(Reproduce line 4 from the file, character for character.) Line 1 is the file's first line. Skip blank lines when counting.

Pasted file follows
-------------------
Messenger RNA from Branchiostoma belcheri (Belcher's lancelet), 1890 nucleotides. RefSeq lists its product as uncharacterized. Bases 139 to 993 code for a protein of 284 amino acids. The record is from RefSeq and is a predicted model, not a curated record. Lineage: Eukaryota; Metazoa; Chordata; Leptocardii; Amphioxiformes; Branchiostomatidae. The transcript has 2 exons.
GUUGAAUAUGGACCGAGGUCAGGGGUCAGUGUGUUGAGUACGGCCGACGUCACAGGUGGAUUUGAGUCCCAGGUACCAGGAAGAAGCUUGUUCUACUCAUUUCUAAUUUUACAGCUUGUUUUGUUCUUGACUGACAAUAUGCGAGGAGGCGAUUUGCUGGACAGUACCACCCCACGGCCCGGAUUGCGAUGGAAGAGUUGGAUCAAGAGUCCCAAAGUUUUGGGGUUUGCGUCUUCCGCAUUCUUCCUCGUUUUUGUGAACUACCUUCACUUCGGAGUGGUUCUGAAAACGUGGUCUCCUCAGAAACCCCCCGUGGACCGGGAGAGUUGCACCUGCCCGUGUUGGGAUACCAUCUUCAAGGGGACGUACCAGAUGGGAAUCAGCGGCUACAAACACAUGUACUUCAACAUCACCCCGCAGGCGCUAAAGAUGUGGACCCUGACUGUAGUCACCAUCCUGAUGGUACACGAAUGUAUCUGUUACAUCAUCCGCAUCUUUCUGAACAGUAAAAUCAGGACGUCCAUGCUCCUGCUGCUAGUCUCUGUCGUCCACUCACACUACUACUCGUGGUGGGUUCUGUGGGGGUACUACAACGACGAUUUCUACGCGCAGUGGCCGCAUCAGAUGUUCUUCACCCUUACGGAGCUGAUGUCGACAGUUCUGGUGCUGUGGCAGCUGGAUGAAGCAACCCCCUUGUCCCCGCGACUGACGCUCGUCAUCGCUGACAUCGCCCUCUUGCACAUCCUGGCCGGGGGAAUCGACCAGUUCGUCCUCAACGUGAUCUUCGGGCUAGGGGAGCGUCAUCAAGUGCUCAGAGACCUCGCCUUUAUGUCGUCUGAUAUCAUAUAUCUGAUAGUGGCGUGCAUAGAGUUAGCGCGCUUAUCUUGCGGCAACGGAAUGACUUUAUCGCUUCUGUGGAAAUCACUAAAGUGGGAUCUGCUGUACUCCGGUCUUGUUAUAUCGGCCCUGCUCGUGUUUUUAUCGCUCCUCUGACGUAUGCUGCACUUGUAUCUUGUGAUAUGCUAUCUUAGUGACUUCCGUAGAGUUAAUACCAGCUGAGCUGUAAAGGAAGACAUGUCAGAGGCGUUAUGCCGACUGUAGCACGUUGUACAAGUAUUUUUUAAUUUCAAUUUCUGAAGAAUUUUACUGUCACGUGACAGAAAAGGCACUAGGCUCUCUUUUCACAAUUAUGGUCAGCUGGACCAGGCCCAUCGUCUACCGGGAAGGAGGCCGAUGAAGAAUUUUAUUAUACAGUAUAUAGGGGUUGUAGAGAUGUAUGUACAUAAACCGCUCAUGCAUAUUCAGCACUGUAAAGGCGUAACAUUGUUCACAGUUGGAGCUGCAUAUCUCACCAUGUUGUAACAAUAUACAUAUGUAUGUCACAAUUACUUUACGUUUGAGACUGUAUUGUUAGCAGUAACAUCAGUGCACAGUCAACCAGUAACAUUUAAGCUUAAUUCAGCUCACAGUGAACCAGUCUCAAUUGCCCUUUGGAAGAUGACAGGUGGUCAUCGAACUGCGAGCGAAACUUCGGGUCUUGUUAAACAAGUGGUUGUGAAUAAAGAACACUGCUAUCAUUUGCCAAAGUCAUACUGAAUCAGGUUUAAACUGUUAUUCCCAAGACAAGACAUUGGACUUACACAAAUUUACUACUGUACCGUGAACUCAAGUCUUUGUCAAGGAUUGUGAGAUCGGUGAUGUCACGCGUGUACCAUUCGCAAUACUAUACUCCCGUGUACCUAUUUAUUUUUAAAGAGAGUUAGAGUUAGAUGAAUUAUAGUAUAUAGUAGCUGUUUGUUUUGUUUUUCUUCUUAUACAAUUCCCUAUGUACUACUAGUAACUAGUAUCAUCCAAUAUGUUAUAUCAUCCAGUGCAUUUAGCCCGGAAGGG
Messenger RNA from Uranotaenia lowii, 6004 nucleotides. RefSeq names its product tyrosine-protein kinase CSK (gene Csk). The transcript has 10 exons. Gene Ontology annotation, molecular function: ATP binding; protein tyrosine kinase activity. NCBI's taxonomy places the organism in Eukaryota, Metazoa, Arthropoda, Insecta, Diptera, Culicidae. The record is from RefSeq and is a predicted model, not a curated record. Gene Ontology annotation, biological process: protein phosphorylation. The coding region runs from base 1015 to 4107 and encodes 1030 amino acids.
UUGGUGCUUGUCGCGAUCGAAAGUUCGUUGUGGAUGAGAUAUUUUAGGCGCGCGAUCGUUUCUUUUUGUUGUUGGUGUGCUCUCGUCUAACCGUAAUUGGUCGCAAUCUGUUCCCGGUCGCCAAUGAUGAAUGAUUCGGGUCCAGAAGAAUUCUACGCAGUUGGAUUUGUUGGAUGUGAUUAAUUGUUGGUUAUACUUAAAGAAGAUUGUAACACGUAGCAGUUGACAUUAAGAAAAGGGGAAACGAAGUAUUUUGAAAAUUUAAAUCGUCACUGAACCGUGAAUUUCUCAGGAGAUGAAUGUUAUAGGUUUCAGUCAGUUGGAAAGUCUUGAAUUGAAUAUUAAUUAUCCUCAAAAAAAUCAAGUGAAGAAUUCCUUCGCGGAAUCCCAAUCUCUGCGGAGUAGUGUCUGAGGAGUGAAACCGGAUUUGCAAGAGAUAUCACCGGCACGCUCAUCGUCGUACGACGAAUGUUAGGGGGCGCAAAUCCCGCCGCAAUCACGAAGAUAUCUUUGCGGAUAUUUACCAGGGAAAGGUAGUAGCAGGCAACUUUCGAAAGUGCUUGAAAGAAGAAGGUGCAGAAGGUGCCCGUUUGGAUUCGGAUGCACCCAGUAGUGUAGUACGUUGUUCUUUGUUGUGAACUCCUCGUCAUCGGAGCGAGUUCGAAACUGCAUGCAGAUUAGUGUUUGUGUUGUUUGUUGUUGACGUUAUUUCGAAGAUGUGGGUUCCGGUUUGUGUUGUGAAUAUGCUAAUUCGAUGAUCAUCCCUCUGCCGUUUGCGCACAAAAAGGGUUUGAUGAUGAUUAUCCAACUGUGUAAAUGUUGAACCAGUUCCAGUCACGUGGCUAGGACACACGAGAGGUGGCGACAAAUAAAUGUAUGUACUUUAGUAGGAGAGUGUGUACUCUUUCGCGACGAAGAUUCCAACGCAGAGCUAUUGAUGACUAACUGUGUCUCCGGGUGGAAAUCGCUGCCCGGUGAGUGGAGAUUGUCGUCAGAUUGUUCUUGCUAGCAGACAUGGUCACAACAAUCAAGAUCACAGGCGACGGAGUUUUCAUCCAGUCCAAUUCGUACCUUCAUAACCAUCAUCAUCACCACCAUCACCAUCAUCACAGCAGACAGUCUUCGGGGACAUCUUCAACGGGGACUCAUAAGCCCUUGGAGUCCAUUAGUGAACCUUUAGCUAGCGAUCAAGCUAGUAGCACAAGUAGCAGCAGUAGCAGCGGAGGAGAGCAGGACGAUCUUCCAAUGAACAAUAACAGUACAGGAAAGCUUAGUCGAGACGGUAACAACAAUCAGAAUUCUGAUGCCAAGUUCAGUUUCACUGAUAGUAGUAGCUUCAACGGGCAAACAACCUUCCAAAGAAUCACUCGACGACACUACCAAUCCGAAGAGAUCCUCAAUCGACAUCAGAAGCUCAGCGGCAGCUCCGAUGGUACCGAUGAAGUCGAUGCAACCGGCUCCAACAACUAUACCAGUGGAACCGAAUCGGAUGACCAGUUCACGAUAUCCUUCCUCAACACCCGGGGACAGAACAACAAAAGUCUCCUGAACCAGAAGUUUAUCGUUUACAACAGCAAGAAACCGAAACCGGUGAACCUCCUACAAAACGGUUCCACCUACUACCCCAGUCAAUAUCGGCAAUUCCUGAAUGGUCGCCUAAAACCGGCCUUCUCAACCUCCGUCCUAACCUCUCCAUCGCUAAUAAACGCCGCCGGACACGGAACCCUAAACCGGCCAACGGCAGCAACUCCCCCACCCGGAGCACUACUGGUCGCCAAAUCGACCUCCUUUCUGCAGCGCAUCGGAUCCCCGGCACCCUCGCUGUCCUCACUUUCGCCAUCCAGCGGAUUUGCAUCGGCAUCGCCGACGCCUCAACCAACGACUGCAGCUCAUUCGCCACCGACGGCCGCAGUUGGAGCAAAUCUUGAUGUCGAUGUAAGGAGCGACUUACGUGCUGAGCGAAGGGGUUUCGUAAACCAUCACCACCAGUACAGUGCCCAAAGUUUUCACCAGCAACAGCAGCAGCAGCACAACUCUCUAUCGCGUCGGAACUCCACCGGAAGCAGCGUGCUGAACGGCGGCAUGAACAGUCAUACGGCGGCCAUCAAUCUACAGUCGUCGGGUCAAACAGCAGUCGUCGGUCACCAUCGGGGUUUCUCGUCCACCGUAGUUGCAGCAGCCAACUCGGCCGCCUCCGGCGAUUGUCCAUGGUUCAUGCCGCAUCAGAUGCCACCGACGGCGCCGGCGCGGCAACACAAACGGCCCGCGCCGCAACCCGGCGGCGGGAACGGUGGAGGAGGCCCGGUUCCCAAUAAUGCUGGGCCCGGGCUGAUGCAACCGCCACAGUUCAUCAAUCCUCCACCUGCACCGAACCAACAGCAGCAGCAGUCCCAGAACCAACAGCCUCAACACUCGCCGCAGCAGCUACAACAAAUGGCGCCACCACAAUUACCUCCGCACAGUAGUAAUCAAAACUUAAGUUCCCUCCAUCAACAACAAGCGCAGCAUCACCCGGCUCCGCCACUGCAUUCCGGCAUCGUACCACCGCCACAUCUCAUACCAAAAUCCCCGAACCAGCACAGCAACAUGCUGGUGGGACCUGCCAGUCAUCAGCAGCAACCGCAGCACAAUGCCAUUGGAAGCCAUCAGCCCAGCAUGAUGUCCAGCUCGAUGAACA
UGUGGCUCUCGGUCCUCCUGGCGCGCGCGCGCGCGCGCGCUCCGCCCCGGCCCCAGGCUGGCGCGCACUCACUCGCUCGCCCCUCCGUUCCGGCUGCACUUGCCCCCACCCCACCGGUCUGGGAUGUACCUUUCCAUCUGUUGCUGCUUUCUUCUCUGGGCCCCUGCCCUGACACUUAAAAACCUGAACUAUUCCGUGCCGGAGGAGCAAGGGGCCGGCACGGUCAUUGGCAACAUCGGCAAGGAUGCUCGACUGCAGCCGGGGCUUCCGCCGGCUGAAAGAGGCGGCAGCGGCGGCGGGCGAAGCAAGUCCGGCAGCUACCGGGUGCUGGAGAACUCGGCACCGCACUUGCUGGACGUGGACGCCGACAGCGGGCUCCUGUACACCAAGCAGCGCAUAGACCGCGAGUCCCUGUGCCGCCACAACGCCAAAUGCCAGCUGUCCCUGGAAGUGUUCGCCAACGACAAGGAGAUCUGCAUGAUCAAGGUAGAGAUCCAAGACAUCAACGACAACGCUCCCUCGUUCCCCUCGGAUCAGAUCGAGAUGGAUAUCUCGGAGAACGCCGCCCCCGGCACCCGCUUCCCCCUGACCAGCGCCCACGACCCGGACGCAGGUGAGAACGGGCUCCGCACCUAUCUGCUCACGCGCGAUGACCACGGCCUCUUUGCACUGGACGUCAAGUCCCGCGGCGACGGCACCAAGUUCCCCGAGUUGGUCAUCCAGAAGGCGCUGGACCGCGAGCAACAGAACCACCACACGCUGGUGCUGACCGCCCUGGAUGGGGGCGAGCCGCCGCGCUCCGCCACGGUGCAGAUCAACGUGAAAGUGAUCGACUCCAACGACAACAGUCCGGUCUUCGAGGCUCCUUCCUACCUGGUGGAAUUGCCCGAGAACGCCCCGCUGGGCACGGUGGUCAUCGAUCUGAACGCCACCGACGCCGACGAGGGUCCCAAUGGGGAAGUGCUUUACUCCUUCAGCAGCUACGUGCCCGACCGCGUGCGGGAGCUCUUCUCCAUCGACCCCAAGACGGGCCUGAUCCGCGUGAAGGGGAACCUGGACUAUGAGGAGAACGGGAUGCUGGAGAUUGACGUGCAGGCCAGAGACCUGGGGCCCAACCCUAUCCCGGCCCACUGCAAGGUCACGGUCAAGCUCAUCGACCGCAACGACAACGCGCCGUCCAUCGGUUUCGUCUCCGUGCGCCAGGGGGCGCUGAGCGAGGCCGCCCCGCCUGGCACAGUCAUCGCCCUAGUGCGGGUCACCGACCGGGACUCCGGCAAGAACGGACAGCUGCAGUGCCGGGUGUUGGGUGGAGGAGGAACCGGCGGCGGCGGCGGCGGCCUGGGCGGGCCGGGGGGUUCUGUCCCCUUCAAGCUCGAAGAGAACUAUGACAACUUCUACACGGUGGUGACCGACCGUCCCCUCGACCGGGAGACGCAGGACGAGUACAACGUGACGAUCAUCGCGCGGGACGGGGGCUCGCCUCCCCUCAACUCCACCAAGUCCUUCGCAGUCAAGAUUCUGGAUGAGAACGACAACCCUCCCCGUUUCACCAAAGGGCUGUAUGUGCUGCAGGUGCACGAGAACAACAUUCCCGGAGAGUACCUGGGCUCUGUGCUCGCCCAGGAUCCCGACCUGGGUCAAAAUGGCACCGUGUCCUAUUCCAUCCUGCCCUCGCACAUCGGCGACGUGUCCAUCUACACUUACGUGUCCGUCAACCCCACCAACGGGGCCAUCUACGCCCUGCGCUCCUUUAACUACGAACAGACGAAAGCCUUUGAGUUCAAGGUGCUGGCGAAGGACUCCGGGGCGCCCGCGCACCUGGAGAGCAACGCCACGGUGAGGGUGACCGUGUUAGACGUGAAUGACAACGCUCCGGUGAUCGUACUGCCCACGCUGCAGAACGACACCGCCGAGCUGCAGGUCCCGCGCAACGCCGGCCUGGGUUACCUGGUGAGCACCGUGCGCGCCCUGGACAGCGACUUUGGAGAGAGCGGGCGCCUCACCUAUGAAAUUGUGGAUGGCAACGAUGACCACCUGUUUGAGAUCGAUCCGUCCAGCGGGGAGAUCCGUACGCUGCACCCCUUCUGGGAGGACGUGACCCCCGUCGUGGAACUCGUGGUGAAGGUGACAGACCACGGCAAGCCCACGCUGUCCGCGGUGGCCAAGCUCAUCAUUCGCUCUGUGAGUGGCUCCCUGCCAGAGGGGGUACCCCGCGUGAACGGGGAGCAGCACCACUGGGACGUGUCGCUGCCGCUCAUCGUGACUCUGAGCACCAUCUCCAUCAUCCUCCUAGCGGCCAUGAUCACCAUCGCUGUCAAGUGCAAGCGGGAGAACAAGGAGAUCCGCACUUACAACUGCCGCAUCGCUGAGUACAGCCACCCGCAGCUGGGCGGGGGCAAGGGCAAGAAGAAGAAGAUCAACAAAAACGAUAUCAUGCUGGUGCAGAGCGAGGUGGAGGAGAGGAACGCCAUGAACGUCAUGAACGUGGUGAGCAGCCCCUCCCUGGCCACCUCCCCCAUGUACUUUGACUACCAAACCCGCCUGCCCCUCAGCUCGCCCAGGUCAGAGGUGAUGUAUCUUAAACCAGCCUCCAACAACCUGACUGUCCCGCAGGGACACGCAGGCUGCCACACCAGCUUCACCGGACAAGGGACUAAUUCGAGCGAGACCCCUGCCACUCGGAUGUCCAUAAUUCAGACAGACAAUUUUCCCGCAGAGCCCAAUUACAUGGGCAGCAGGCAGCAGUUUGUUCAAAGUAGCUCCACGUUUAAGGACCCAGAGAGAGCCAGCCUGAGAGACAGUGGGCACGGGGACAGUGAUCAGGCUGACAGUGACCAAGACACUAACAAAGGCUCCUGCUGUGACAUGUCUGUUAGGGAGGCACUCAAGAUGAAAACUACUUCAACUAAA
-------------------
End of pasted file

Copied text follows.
UUGGUGCUUGUCGCGAUCGAAAGUUCGUUGUGGAUGAGAUAUUUUAGGCGCGCGAUCGUUUCUUUUUGUUGUUGGUGUGCUCUCGUCUAACCGUAAUUGGUCGCAAUCUGUUCCCGGUCGCCAAUGAUGAAUGAUUCGGGUCCAGAAGAAUUCUACGCAGUUGGAUUUGUUGGAUGUGAUUAAUUGUUGGUUAUACUUAAAGAAGAUUGUAACACGUAGCAGUUGACAUUAAGAAAAGGGGAAACGAAGUAUUUUGAAAAUUUAAAUCGUCACUGAACCGUGAAUUUCUCAGGAGAUGAAUGUUAUAGGUUUCAGUCAGUUGGAAAGUCUUGAAUUGAAUAUUAAUUAUCCUCAAAAAAAUCAAGUGAAGAAUUCCUUCGCGGAAUCCCAAUCUCUGCGGAGUAGUGUCUGAGGAGUGAAACCGGAUUUGCAAGAGAUAUCACCGGCACGCUCAUCGUCGUACGACGAAUGUUAGGGGGCGCAAAUCCCGCCGCAAUCACGAAGAUAUCUUUGCGGAUAUUUACCAGGGAAAGGUAGUAGCAGGCAACUUUCGAAAGUGCUUGAAAGAAGAAGGUGCAGAAGGUGCCCGUUUGGAUUCGGAUGCACCCAGUAGUGUAGUACGUUGUUCUUUGUUGUGAACUCCUCGUCAUCGGAGCGAGUUCGAAACUGCAUGCAGAUUAGUGUUUGUGUUGUUUGUUGUUGACGUUAUUUCGAAGAUGUGGGUUCCGGUUUGUGUUGUGAAUAUGCUAAUUCGAUGAUCAUCCCUCUGCCGUUUGCGCACAAAAAGGGUUUGAUGAUGAUUAUCCAACUGUGUAAAUGUUGAACCAGUUCCAGUCACGUGGCUAGGACACACGAGAGGUGGCGACAAAUAAAUGUAUGUACUUUAGUAGGAGAGUGUGUACUCUUUCGCGACGAAGAUUCCAACGCAGAGCUAUUGAUGACUAACUGUGUCUCCGGGUGGAAAUCGCUGCCCGGUGAGUGGAGAUUGUCGUCAGAUUGUUCUUGCUAGCAGACAUGGUCACAACAAUCAAGAUCACAGGCGACGGAGUUUUCAUCCAGUCCAAUUCGUACCUUCAUAACCAUCAUCAUCACCACCAUCACCAUCAUCACAGCAGACAGUCUUCGGGGACAUCUUCAACGGGGACUCAUAAGCCCUUGGAGUCCAUUAGUGAACCUUUAGCUAGCGAUCAAGCUAGUAGCACAAGUAGCAGCAGUAGCAGCGGAGGAGAGCAGGACGAUCUUCCAAUGAACAAUAACAGUACAGGAAAGCUUAGUCGAGACGGUAACAACAAUCAGAAUUCUGAUGCCAAGUUCAGUUUCACUGAUAGUAGUAGCUUCAACGGGCAAACAACCUUCCAAAGAAUCACUCGACGACACUACCAAUCCGAAGAGAUCCUCAAUCGACAUCAGAAGCUCAGCGGCAGCUCCGAUGGUACCGAUGAAGUCGAUGCAACCGGCUCCAACAACUAUACCAGUGGAACCGAAUCGGAUGACCAGUUCACGAUAUCCUUCCUCAACACCCGGGGACAGAACAACAAAAGUCUCCUGAACCAGAAGUUUAUCGUUUACAACAGCAAGAAACCGAAACCGGUGAACCUCCUACAAAACGGUUCCACCUACUACCCCAGUCAAUAUCGGCAAUUCCUGAAUGGUCGCCUAAAACCGGCCUUCUCAACCUCCGUCCUAACCUCUCCAUCGCUAAUAAACGCCGCCGGACACGGAACCCUAAACCGGCCAACGGCAGCAACUCCCCCACCCGGAGCACUACUGGUCGCCAAAUCGACCUCCUUUCUGCAGCGCAUCGGAUCCCCGGCACCCUCGCUGUCCUCACUUUCGCCAUCCAGCGGAUUUGCAUCGGCAUCGCCGACGCCUCAACCAACGACUGCAGCUCAUUCGCCACCGACGGCCGCAGUUGGAGCAAAUCUUGAUGUCGAUGUAAGGAGCGACUUACGUGCUGAGCGAAGGGGUUUCGUAAACCAUCACCACCAGUACAGUGCCCAAAGUUUUCACCAGCAACAGCAGCAGCAGCACAACUCUCUAUCGCGUCGGAACUCCACCGGAAGCAGCGUGCUGAACGGCGGCAUGAACAGUCAUACGGCGGCCAUCAAUCUACAGUCGUCGGGUCAAACAGCAGUCGUCGGUCACCAUCGGGGUUUCUCGUCCACCGUAGUUGCAGCAGCCAACUCGGCCGCCUCCGGCGAUUGUCCAUGGUUCAUGCCGCAUCAGAUGCCACCGACGGCGCCGGCGCGGCAACACAAACGGCCCGCGCCGCAACCCGGCGGCGGGAACGGUGGAGGAGGCCCGGUUCCCAAUAAUGCUGGGCCCGGGCUGAUGCAACCGCCACAGUUCAUCAAUCCUCCACCUGCACCGAACCAACAGCAGCAGCAGUCCCAGAACCAACAGCCUCAACACUCGCCGCAGCAGCUACAACAAAUGGCGCCACCACAAUUACCUCCGCACAGUAGUAAUCAAAACUUAAGUUCCCUCCAUCAACAACAAGCGCAGCAUCACCCGGCUCCGCCACUGCAUUCCGGCAUCGUACCACCGCCACAUCUCAUACCAAAAUCCCCGAACCAGCACAGCAACAUGCUGGUGGGACCUGCCAGUCAUCAGCAGCAACCGCAGCACAAUGCCAUUGGAAGCCAUCAGCCCAGCAUGAUGUCCAGCUCGAUGAACA